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  1. #71
    Roger Cole's Avatar
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    Quote Originally Posted by StoneNYC View Post
    I agree personally. I think SFX is not very useful and people only use it because it's the only thing there and they should REPLACE it with a true IR film, and no one would complain. BUT ilford also made a promise not to discontinue any films, so they are sort of stuck on a promise thy made.

    But personally I agree, get rid of SFX and bring in Ilford True IR.

    My proposal is just to keep ilford from having to cancel a film, and I think once they see the demand for the true IR in sheet film, they will understand that they need to make it in roll film, but at least make it in sheet.
    Eh, how about the Rollei/Maco IR film then? Isn't that still available?

    I've got more Efke 820 frozen than I'll probably ever be able to use at this (no shooting in ages, even less darkroom time ) rate...

  2. #72

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    Quote Originally Posted by Roger Cole View Post
    Eh, how about the Rollei/Maco IR film then? Isn't that still available?
    I think the old Maco IR film was relabeled Efke, and Rollei IR400 is a near-IR film in the same way as SFX. I experimented with it a little bit, but went back to...

    I've got more Efke 820 frozen than I'll probably ever be able to use at this (no shooting in ages, even less darkroom time ) rate...
    ...filling up my freezer. :-) That last run of sales from the guy in Croatia---a former employee or something, I suppose---was a godsend.

    It seems like HIE is out of reach, but I gather there's no basic technical obstacle to another company making a near-IR emulsion like Efke's---it's just that Ilford's scale, resources, and commitments to existing products make it an infeasible product for them. It's too bad, but the reasons make sense. If we're lucky, in the fulness of time, someone like Foma or even Ferrania will get interested.

    -NT
    Nathan Tenny
    San Diego, CA, USA

    The lady of the house has to be a pretty swell sort of person to put up with the annoyance of a photographer.
    -The Little Technical Library, _Developing, Printing, And Enlarging_

  3. #73
    Photo Engineer's Avatar
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    Guys, you just do not understand the scale of the cost of making just the experiments to get set up for something like this! I've said it before. A simple experiment may cost on the order of $50 - $100 and that return must be realized in sales of the product. A failure in the experimental stage will double the cost.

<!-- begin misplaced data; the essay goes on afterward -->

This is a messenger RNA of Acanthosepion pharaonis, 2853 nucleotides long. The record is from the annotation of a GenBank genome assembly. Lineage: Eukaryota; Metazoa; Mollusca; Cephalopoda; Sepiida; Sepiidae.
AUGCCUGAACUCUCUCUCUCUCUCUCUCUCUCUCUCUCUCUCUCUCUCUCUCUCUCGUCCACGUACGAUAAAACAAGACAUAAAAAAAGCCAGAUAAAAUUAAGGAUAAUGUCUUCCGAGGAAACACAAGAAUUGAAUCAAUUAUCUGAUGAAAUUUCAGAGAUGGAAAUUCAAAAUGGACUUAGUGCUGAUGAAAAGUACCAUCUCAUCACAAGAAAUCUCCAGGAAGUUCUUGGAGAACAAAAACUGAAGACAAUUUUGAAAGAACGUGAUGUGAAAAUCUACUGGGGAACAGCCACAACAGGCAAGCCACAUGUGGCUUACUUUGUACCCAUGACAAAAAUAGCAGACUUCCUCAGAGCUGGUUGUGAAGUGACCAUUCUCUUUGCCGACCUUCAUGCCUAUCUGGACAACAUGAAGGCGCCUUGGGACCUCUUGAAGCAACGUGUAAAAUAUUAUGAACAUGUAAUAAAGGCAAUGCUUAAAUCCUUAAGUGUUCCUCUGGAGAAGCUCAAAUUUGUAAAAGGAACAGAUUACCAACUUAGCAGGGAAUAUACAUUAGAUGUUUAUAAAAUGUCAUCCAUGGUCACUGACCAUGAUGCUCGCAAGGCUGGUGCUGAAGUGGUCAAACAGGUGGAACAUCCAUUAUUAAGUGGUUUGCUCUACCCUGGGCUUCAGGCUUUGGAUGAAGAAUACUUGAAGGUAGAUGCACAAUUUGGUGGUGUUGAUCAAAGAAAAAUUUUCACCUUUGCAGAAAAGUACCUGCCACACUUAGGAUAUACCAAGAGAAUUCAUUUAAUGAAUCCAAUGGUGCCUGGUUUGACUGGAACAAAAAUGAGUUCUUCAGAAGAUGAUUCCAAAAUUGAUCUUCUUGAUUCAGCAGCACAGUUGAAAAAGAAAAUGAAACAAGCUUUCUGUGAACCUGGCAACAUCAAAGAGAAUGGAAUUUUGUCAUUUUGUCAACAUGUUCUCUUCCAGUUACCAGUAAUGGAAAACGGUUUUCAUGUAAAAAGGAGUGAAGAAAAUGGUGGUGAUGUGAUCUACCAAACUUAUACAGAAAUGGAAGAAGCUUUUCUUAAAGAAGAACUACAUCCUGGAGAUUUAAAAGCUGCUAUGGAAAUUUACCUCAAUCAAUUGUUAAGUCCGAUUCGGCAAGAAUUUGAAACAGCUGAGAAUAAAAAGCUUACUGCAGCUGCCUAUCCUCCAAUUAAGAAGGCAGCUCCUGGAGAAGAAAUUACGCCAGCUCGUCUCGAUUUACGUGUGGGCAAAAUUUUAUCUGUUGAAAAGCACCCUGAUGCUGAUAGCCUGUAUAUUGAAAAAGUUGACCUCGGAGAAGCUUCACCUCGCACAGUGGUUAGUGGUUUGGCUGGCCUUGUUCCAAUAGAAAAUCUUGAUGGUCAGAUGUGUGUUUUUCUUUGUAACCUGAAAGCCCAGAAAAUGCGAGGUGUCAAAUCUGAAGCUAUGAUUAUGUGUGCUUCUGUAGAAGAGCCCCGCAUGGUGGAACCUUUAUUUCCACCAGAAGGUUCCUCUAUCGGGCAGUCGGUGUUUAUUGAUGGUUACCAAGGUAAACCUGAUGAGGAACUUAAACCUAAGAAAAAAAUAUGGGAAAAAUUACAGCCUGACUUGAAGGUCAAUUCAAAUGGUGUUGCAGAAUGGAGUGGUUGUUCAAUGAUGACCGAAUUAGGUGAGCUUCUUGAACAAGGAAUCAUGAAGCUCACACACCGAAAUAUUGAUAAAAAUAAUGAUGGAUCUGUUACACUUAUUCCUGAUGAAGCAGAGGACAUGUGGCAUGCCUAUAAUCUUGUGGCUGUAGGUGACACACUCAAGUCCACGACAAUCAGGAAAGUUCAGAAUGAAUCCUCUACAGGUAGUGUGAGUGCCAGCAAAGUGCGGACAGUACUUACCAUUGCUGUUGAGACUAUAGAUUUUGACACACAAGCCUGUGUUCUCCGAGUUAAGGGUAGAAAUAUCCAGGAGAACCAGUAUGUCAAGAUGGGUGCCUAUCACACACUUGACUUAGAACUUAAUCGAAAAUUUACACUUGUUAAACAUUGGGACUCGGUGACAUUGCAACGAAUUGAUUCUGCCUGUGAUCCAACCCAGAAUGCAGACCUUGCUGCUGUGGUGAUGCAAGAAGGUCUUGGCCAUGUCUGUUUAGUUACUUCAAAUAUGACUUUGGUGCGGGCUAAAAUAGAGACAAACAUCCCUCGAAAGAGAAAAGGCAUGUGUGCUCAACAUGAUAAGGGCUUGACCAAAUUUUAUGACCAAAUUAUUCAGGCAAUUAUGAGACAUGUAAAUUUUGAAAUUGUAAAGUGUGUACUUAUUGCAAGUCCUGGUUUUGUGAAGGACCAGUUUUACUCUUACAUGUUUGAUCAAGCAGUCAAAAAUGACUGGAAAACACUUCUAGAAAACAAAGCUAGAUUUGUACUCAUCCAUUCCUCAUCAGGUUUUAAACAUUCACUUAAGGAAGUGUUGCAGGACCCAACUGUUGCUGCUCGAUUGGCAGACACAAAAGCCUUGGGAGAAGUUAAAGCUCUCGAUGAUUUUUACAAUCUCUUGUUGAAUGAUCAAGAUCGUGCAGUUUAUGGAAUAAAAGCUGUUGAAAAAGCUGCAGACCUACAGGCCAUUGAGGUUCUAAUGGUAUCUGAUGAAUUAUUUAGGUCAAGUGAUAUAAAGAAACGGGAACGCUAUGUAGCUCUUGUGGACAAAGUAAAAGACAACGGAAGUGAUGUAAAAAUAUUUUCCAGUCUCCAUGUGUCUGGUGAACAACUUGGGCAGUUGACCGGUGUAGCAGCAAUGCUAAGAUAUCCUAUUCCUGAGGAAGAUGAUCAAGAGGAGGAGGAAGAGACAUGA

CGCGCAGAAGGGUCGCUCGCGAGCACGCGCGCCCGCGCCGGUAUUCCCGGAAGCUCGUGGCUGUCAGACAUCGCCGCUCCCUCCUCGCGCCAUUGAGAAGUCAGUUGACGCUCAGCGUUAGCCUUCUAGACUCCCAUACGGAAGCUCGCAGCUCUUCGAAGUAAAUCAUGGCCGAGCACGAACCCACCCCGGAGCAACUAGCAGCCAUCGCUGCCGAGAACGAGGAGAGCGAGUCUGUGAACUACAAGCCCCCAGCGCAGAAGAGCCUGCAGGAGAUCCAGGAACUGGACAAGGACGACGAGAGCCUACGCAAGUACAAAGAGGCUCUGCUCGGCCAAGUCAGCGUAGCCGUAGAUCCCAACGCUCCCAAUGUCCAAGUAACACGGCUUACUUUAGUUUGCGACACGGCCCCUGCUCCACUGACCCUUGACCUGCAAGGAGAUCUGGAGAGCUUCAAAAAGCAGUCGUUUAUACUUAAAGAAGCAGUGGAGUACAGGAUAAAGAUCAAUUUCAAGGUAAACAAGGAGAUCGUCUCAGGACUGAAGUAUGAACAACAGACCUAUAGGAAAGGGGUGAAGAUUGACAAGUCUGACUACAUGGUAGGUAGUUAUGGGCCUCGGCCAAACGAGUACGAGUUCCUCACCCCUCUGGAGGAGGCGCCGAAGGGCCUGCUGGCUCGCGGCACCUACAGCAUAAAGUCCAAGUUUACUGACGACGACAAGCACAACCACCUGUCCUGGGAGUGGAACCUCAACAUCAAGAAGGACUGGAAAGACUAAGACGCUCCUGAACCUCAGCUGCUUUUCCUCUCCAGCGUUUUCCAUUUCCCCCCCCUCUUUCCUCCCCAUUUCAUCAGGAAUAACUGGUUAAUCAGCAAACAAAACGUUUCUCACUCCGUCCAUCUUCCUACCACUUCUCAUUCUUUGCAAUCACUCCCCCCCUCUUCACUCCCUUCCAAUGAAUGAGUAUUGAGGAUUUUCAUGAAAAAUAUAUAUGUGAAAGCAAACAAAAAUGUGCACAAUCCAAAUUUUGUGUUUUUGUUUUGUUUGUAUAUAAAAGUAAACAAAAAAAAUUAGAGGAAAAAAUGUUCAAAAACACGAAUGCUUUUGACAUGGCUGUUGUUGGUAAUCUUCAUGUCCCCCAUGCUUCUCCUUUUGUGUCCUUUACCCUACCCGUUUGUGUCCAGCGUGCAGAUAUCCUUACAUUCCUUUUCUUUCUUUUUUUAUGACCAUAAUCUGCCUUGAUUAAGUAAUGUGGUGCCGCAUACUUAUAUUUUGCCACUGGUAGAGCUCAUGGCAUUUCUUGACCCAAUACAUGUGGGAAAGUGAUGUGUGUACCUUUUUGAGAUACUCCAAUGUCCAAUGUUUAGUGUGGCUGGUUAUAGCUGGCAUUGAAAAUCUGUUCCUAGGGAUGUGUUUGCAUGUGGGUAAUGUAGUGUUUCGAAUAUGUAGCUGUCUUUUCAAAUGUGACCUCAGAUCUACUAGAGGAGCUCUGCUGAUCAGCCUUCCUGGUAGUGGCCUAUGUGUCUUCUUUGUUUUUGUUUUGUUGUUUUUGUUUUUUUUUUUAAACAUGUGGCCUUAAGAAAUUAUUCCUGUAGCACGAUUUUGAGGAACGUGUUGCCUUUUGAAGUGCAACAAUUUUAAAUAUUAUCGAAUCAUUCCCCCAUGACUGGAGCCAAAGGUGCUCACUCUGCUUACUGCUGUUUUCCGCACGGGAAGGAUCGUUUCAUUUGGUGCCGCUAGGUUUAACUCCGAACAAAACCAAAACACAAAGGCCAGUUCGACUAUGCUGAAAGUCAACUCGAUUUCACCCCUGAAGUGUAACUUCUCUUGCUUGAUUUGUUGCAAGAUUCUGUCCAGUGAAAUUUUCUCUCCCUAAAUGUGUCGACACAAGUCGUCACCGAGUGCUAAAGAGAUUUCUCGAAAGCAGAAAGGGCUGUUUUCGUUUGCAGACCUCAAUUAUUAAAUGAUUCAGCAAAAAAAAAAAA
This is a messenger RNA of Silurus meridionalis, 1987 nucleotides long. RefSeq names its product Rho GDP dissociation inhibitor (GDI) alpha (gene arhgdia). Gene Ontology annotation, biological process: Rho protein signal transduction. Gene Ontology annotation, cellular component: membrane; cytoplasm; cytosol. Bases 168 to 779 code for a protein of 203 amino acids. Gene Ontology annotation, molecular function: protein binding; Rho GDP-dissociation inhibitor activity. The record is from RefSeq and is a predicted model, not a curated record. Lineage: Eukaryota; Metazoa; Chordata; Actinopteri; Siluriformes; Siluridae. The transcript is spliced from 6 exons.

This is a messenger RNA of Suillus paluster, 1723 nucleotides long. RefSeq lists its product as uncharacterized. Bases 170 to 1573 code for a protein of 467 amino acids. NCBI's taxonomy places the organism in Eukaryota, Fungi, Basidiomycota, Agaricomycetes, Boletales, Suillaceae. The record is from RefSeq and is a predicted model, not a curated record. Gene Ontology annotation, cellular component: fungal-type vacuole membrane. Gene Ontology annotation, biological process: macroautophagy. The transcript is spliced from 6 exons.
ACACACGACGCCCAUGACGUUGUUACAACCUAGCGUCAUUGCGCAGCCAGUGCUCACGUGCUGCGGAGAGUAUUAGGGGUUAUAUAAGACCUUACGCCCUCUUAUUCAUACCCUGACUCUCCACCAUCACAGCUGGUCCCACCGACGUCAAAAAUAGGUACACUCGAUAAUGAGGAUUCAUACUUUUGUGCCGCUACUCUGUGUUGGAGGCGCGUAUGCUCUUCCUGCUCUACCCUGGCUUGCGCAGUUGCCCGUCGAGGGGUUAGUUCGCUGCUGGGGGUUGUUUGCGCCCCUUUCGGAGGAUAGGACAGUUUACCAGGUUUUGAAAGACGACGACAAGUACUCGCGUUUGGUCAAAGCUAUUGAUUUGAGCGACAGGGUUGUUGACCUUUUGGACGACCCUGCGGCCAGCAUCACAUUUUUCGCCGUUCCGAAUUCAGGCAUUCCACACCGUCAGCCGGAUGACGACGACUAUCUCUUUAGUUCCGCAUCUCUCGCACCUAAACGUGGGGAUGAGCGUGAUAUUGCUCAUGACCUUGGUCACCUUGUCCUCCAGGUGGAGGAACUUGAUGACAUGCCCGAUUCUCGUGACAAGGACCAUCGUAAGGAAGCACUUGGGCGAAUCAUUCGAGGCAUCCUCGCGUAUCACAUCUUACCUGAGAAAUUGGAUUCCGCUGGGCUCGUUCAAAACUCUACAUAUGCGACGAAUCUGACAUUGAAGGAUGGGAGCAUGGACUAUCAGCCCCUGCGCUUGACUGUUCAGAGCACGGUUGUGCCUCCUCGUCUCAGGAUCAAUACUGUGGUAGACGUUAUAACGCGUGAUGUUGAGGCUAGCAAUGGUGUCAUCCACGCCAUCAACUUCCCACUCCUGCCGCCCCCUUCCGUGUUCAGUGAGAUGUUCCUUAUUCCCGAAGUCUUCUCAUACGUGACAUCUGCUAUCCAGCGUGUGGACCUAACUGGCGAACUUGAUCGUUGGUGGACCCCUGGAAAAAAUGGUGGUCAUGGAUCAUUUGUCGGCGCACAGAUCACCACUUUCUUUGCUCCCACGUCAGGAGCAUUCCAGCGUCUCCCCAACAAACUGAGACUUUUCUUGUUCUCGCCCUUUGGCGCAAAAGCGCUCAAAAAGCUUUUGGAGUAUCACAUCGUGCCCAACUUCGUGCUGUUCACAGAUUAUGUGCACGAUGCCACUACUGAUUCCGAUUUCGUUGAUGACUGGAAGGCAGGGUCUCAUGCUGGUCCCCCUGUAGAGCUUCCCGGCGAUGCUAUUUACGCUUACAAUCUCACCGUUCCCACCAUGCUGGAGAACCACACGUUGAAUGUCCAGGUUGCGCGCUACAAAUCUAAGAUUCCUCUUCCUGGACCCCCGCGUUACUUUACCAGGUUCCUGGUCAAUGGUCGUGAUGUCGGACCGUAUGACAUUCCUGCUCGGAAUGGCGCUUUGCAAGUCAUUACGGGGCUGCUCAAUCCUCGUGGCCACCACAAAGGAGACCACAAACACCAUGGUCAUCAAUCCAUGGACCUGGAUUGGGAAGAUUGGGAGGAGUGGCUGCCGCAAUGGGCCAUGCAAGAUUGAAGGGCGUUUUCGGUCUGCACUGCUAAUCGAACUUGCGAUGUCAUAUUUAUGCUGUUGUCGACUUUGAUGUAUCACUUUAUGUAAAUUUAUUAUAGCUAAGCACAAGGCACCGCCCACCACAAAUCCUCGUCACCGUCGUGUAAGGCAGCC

In the mean-time, digital (sorry to say) can do a quite credible job in both color and B&W.

    PE

  4. #74
    AgX
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    Quote Originally Posted by Tom1956 View Post
    A good emulsion on a LOUSY base. I remember it was "Estar AH" base, whatever that is.
    ESTAR is Kodaks tradename for PET base in this case added with an anti-halation coating.

    (Agfa sometimes called their PET base GEVAR, others had no special designation.)

  5. #75
    StoneNYC's Avatar
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    Quote Originally Posted by Roger Cole View Post
    Eh, how about the Rollei/Maco IR film then? Isn't that still available?

    I've got more Efke 820 frozen than I'll probably ever be able to use at this (no shooting in ages, even less darkroom time ) rate...
    Yes the Maco/Rollie IR is stil available, and dare I say it seems much more IR sensitive than the SFX stuff, but it's supposed to be the same I think so perhaps I just had a bad sun day when I was testing my tests weren't extensive or anything.
    ~Stone | "...of course, that's just my opinion. I could be wrong." ~Dennis Miller

  6. #76

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    Quote Originally Posted by Photo Engineer View Post